Three is a magic number. And it goes beyond sequels, stooges and strikes.

We believe that there’s no threesome more important to making social change than development, programs and communications. We call these interdependent departments the golden trio. But for many organizations the trio is out of tune and for some, the band is on the verge of breaking up.

Here are a few reasons why you might be experiencing this tension in your workplace:

  1. Lack of leadership. CEOs must take responsibility for bridging the departmental divides that inevitably will arise.
  2. Lack of understanding of each team’s strategic job functions. Without a clear vision of how each team plays a part of the whole, the trio tends to compete for authority, viiability and resources.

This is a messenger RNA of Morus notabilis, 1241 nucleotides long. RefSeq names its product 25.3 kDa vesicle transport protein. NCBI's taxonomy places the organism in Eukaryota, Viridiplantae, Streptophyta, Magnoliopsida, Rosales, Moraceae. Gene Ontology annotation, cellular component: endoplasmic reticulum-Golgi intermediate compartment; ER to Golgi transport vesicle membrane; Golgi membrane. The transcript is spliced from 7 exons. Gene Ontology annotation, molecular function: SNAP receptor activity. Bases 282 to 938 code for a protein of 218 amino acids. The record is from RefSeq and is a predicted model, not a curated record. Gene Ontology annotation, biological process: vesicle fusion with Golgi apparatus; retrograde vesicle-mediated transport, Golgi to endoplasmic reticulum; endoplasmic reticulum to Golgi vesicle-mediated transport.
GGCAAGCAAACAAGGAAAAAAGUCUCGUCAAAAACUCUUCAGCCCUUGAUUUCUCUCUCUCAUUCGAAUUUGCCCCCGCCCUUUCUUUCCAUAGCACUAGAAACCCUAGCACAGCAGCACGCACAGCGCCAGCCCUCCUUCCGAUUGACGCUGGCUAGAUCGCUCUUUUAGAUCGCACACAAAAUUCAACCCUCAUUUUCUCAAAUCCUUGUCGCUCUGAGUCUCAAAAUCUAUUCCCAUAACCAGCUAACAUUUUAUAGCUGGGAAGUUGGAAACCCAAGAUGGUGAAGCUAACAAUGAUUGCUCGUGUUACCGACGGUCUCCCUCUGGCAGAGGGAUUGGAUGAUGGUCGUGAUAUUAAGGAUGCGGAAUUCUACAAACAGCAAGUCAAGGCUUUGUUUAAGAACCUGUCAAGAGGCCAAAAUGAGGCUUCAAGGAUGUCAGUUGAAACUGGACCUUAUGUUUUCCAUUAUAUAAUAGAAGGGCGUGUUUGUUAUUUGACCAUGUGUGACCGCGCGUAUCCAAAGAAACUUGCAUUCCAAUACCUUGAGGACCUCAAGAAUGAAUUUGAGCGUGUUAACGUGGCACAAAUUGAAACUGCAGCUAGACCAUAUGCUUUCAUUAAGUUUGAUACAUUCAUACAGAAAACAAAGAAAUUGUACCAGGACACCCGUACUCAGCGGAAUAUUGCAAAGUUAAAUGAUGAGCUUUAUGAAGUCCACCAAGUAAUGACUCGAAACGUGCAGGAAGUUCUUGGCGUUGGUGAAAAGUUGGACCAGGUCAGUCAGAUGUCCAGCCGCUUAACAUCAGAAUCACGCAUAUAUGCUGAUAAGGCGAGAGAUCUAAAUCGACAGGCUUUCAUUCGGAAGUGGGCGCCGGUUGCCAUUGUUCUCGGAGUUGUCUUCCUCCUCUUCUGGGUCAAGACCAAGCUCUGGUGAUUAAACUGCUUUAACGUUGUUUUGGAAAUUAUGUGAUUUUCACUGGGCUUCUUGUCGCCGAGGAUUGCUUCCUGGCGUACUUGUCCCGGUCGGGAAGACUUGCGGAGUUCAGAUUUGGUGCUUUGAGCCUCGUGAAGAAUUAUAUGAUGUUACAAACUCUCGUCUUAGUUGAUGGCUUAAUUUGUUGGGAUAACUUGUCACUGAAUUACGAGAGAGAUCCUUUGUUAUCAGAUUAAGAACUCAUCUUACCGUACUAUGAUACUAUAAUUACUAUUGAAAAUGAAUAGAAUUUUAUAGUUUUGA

3. Lack of clarity of roles and responsibilities. When no one knows who is calling the shots on what, toes will undoubtedly get stepped upon.
  4. Unrealistic and/or unclear goals. When fundraisers are trying to hit unrealistic goals and communications and programs teams aren’t sure what their role is vis a vis fundraising, a perfect storm for dysfunction awaits on the horizon.

We want to alleviate these tensions within the trio. That’s one reason we’ve launched Inside Out Fundraising: How to Create a Culture of Philanthropy by Treating Systems Instead of Symptoms.

Based on decades of work with front line fundraisers and a survey of 300 development heads, communications directors, vice presidents, CEOs, consultants and other senior non profit stakeholders, we’ve identified five primary points of intervention for identifying problems and moving toward change.

Creating a healthy golden trio is a crucial part of this overall effort. Download the paper (it’s free) and we’ll share potential experiments and solutions as well as bright spot case studies where programs, communications and fundraising have found common ground.

Why waste time with political battles? We’ve got too much other important work to do.